Nunatsiaq Online
NEWS: Around the Arctic August 19, 2016 - 7:00 am

Ottawa finally apologizes to Nunavut’s Dene neighbours for forced relocation

Despite Bennett’s statement, the Sayisi Dene’s Kivalliq land claim is still unresolved

JIM BELL
This map illustrates the history of Ottawa's forced relocation of the Sayisi Dene from Little Duck Lake to Churchill, and their return to Tadoule Lake between 1973 and 1981. (INAC INFOGRAPHIC)
This map illustrates the history of Ottawa's forced relocation of the Sayisi Dene from Little Duck Lake to Churchill, and their return to Tadoule Lake between 1973 and 1981. (INAC INFOGRAPHIC)
Sayisi Dene boys, in a picture taken around the Little Duck Lake Hudson Bay Co. post in 1947 by photographer Richard Harrington. The Sayisi Dene were forced to move from Little Duck Lake in 1956. (PHOTO COURTESY OF ARCHIVES OF MANITOBA, HBC ARCHIVES)
Sayisi Dene boys, in a picture taken around the Little Duck Lake Hudson Bay Co. post in 1947 by photographer Richard Harrington. The Sayisi Dene were forced to move from Little Duck Lake in 1956. (PHOTO COURTESY OF ARCHIVES OF MANITOBA, HBC ARCHIVES)

The Government of Canada said sorry Aug. 16 for the forced relocation of the Sayisi Dene to Churchill in 1956 with a statement that even Indigenous Affairs Minister Carolyn Bennett said is not enough.

“For the Government of Canada, to say we are sorry today is not enough. No words can adequately express the pain, suffering, hardship and losses that your community has endured over the last 60 years,” Bennett said in an apology she gave Aug. 16 in Tadoule Lake, Manitoba.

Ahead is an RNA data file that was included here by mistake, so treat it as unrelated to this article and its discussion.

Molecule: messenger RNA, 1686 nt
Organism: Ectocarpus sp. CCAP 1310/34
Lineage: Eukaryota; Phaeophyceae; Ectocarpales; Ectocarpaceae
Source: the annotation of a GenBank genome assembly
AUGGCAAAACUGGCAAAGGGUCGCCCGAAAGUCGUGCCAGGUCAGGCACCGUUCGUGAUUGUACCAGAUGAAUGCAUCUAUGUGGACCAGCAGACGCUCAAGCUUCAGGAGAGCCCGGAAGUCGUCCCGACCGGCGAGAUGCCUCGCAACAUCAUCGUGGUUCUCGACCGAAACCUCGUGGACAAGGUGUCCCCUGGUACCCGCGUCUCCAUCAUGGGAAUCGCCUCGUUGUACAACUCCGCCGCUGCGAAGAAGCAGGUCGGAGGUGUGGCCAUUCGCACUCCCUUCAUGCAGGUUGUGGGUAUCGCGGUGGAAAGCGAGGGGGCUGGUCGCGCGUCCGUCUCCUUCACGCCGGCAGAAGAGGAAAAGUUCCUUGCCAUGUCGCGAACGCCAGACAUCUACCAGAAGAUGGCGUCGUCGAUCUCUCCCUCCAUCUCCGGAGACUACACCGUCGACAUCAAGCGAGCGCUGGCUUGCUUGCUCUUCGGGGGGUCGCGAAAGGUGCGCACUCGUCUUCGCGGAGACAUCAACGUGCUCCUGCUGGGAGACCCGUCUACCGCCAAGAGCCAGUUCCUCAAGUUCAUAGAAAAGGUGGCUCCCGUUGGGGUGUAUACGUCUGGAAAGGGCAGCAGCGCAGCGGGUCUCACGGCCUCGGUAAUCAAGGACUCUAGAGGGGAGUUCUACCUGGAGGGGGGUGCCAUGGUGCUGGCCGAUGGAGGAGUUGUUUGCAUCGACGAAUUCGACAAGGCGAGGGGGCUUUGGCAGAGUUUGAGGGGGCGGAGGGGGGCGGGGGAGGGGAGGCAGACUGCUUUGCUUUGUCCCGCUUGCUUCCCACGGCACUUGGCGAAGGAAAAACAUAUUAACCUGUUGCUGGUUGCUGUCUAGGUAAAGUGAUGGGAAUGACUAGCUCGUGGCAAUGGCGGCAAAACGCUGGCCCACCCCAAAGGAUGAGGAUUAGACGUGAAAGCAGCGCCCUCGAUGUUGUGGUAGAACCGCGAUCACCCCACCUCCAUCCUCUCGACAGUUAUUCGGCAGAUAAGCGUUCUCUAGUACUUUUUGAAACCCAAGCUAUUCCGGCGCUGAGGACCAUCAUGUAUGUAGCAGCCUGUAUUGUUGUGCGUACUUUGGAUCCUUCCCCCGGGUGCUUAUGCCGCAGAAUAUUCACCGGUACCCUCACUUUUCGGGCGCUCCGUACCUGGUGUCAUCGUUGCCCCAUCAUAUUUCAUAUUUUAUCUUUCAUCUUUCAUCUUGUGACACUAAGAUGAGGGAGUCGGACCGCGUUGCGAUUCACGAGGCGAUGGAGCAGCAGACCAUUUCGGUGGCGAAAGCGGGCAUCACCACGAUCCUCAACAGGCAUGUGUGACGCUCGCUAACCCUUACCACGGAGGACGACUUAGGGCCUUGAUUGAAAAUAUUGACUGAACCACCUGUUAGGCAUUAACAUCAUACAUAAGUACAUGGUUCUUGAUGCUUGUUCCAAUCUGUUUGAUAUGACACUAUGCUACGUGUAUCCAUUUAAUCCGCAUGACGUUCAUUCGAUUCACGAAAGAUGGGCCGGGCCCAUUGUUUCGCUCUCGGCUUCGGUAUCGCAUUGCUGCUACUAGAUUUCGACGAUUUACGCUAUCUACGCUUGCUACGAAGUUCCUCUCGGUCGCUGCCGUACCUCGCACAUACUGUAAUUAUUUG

Along with the apology, which partly settles a lawsuit the Sayisi Dene filed in 1999, Canada will pay the band $33.6 million, which will go into a trust fund for the benefit of future generations of band members.

For its part, Manitoba will contribute 13,000 acres of provincial Crown land to be added to the Sayisi Dene First Nation’s reserve lands.

But a separate dispute, flowing from continuing talks aimed at settling a 1993 lawsuit that claims land in the Kivalliq region of Nunavut, remains unresolved.

Those out-of-court talks centre on traditional Dene lands in the southern part of the Kivalliq region that in 1993 became part of Nunavut.

In their lawsuit, the Sayisi Dene say that Article 40 of the Nunavut Land Claims Agreement attempts to strip them of their aboriginal title in the Kivalliq and that the federal government failed in its fiduciary duty to protect their rights.

Extensive land use and occupancy research supports the Sayisi Dene claim.

While those talks continue, the federal government has set aside 20,500 square kilometres of Crown land in the Kivalliq region — land that would eventually be given to the Sayisi Dene after a settlement is reached.

A 1998 PhD thesis published by anthropologist Virginia Petch in 1998 reveals that in the years after they were forced to move from Little Duck Lake in 1956, their home since the 1940s, the Sayisi Dene were subjected to an unrelenting plague of human rights abuses inflicted by the federal government, the Manitoba government and racist non-Indigenous residents and military personnel in Churchill.

In 1956, Manitoba wildlife officials had accused the Sayisi Dene of killing too many caribou from the Qamanirjuaq herd, so the federal government forced them to move to Churchill, more than 200 km away from their original home.

Those caribou population estimates turned out to be false, as well as the allegation that Sayisi Dene hunters were contributing to the herd’s decline.

At the same time, the Hudson Bay Co. wanted to close its fur trading post at Little Duck River, since its profits were falling.

Prior to the move, the Sayisi Dene were allowed to take few possessions, because of aircraft weight restrictions, but never received new equipment and supplies promised by government officials.

After living in makeshift tents near Churchill, the Dene were stuck living in squalid shacks at a location known as Camp 10. Building materials for houses, promised by the federal government, never materialized, and the Dene lived without heat, electricity, running water or proper sanitation.